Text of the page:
All education reflects the values and ideals of the society that it serves. By its nature, and as a result of its role in society, it tends to be profoundly conservative. Only official knowledge, that body of knowledge that is sanctioned by, and is integral to the maintenance of the dominant powers of the day is found at the centre of educational discourse.
Dissent sends remarkably few ripples through our schools and institutions of higher learning. Yet our culture is at a turning point, and what is considered official knowledge is under going scrutiny and censure from many corners of society. This ferment is underway precisely because the centre is so powerful, so hegemonic. Such is the enormity of the silence emmanating from the centre that the margins seem to be making a great racket.
Futurist Sohail Inayatullah regularly asks the question, Who is outside the walls of official knowledge? The implication is that change never comes from the centre but from forces as yet unaccounted for. The burgers of medieval Europe eventually swept away the Ancien Regime and inaugurated the Capitalist era; the desert peoples of the Middle East swept away corrupt states and the Mongols rejuvinated a stagnating China. His message is look to the margins in order to see the future.
In the margins today we find an increasingly articulate and reflective Indigenous awareness coupled with a growing sense on the part of Third World countries that their cultures and values are essential to their reclaiming of the future. Tantric epistemology is certainly a vigorous element of this revival having deep roots in the indigenous culture of India while having been substantially reinvigorated by one of the giants of twentieth century thought, Indian philosopher Prabhat Rainjan Sarkar.
The implications of Tantra for education are immense. Before his death Sarkar established a broad based education system which houses a Tantra University. From the perspective of the modern western university such an institution may seem strange but an examination of the subsatnace of Tantra reveals that it is a rich and dynamic episteme with the potential to reinvigorate an education system which has become externalised and preoccupied with status and wealth.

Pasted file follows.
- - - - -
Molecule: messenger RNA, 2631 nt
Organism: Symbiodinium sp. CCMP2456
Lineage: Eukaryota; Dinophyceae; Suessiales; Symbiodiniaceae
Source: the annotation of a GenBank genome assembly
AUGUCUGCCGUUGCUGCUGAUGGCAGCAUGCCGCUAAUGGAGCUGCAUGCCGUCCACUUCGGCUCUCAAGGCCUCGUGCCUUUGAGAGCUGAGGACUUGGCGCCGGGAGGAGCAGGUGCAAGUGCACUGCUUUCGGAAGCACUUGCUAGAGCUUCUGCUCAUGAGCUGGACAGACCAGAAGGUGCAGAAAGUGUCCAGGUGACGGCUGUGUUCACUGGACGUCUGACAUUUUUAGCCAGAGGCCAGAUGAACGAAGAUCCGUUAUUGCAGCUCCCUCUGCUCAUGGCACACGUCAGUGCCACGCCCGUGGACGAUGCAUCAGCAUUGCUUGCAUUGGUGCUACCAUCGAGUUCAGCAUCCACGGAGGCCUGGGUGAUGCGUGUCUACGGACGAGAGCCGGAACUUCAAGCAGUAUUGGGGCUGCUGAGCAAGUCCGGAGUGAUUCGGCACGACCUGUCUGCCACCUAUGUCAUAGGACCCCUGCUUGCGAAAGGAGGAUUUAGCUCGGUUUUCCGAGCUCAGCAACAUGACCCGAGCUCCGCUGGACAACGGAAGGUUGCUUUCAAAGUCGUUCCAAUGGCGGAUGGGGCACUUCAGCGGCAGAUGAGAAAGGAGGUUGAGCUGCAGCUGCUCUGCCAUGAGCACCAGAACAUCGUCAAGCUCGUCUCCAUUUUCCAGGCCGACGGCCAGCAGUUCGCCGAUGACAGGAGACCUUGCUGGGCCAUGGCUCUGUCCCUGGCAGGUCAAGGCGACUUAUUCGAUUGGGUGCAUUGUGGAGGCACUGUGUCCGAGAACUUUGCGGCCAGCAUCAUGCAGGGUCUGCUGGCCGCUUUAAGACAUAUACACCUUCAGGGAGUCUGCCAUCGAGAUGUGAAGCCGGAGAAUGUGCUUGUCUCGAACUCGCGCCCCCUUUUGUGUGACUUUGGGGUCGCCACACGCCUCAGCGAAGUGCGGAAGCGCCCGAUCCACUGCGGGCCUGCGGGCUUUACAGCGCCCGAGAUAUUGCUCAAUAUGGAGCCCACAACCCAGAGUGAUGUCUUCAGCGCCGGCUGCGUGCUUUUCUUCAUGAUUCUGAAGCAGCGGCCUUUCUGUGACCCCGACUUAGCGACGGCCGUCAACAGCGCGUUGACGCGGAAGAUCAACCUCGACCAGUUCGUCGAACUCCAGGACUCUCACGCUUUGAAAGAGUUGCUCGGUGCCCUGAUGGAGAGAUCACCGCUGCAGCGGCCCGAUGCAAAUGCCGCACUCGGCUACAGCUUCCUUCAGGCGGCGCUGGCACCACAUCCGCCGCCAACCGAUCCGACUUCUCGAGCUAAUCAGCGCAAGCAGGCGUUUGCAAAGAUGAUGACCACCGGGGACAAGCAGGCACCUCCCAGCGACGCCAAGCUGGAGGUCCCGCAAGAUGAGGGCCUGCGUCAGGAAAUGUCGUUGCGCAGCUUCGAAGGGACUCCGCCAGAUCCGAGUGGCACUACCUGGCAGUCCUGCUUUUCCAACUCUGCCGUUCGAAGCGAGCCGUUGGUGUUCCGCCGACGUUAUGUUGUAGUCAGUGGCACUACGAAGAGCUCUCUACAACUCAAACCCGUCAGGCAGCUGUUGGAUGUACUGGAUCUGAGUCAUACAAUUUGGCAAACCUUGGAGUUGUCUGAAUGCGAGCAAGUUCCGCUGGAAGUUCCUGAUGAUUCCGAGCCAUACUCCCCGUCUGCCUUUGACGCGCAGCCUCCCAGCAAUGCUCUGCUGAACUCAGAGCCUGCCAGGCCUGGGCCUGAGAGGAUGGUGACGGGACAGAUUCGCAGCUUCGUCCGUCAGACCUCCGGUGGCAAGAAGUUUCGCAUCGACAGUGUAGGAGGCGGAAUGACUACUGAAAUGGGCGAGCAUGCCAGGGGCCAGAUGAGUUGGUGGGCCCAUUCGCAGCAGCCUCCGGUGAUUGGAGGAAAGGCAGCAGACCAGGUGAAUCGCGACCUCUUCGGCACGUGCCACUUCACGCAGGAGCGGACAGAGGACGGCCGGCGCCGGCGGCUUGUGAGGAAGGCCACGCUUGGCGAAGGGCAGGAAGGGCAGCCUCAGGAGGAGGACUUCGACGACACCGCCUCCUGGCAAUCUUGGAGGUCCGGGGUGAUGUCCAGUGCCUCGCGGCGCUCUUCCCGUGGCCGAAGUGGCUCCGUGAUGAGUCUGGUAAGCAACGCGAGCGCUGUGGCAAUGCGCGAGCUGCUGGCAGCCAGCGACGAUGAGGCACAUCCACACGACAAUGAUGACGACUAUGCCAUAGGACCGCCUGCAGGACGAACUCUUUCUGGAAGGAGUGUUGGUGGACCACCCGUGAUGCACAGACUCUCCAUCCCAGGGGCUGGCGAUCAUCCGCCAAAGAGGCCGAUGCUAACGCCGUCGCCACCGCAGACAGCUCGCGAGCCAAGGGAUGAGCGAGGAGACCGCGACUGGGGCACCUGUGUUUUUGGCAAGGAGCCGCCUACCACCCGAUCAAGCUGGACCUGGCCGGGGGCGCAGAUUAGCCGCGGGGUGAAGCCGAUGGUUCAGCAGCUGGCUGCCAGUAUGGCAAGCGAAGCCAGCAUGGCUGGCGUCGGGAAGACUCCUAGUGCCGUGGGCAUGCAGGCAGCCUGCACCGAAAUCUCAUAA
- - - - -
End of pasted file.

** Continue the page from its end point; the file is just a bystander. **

Tantra is the central plank of Sarkar’s civilizational discourse. In reimagining the future he weaves stories of continuity and discontinuity, infusing the ancient Indic philosophy of Tantra with new insights in social theory and the individual’s role as spiritual and political beings.
Being deeply rooted in the indigenous experience of reality Tantra has a broad metaphysical base which allows for ways of knowing, feeling and processing that go far beyond the limited rationality that informs the Western Enlightenment project. Priorities are different as Sarkar notes because , “spiritual life controls all other arenas of human life.”
Most indigenous cultures have found their purpose to be in maintaining cosmic balance and working in harmony with others and their environment . The Australian Aboriginal elder Bill Neidjie summed this up when he commented that the story of the world, the ‘dreaming’ as the Aborigines call it never changes. It is held together by immutable laws.
In many ways traditional Tantra also followed this pattern. Modern Tantra, as Sarkar has defined it, has a more dynamic agenda. It is specifically liberatory and therefore political. Tan in Samskrit means ‘bondage’, and tra means ‘to liberate from’ . Traditionally this was interpreted to mean the individual transcending the limitations of their own ego. Sarkar radically shifted the emphasis from the individual to the collective by linking the two so that neither could progress without the other. Spirituality ceases to be selfish and becomes a collective act.
Within this construction of Tantra the individual works for their own liberation by following specific physical, social and spiritual practices, while at the same time struggling to free others from physical, social and spiritual bondage. This brings to spirituality an ironic tension in which the individual must engage with the world in many ordinary and extraordinary ways. Thus “spirituality is both a grand project and an everyday task” , as bioethicist Jennifer Fitzgerald points out. The poet David Rowbotham summed the situation up nicely when he wrote, “Pray speek beauty. But dust first spoke.” Much of the energy and dynamism of Tantra lies in this ironic tension.
It is on this expanded definition of Tantra that Sarkar has based his educational philosophy. Sarkar is offering a meta-narrative of power which is deeply attuned to the yearnings of the human soul, what Fitzgerld calls the “innate desire to expand one’s potential.” Social commentator Neil Postman, states that the deeper ‘gods’ are dead and that education has died because we now only educate in self interest. He argues strongly the the human “genius lies in our capacity to make meaning through the creation of narratives that give point to our labours, exalt our history, elucidate the present, and give direction to the future.” Sarkar shares this opinion and offers deep spiritual tantric narrative as the way to establish education and culture in a future that weds material reality with deeper readings of life.
Tantra University: The Key Concepts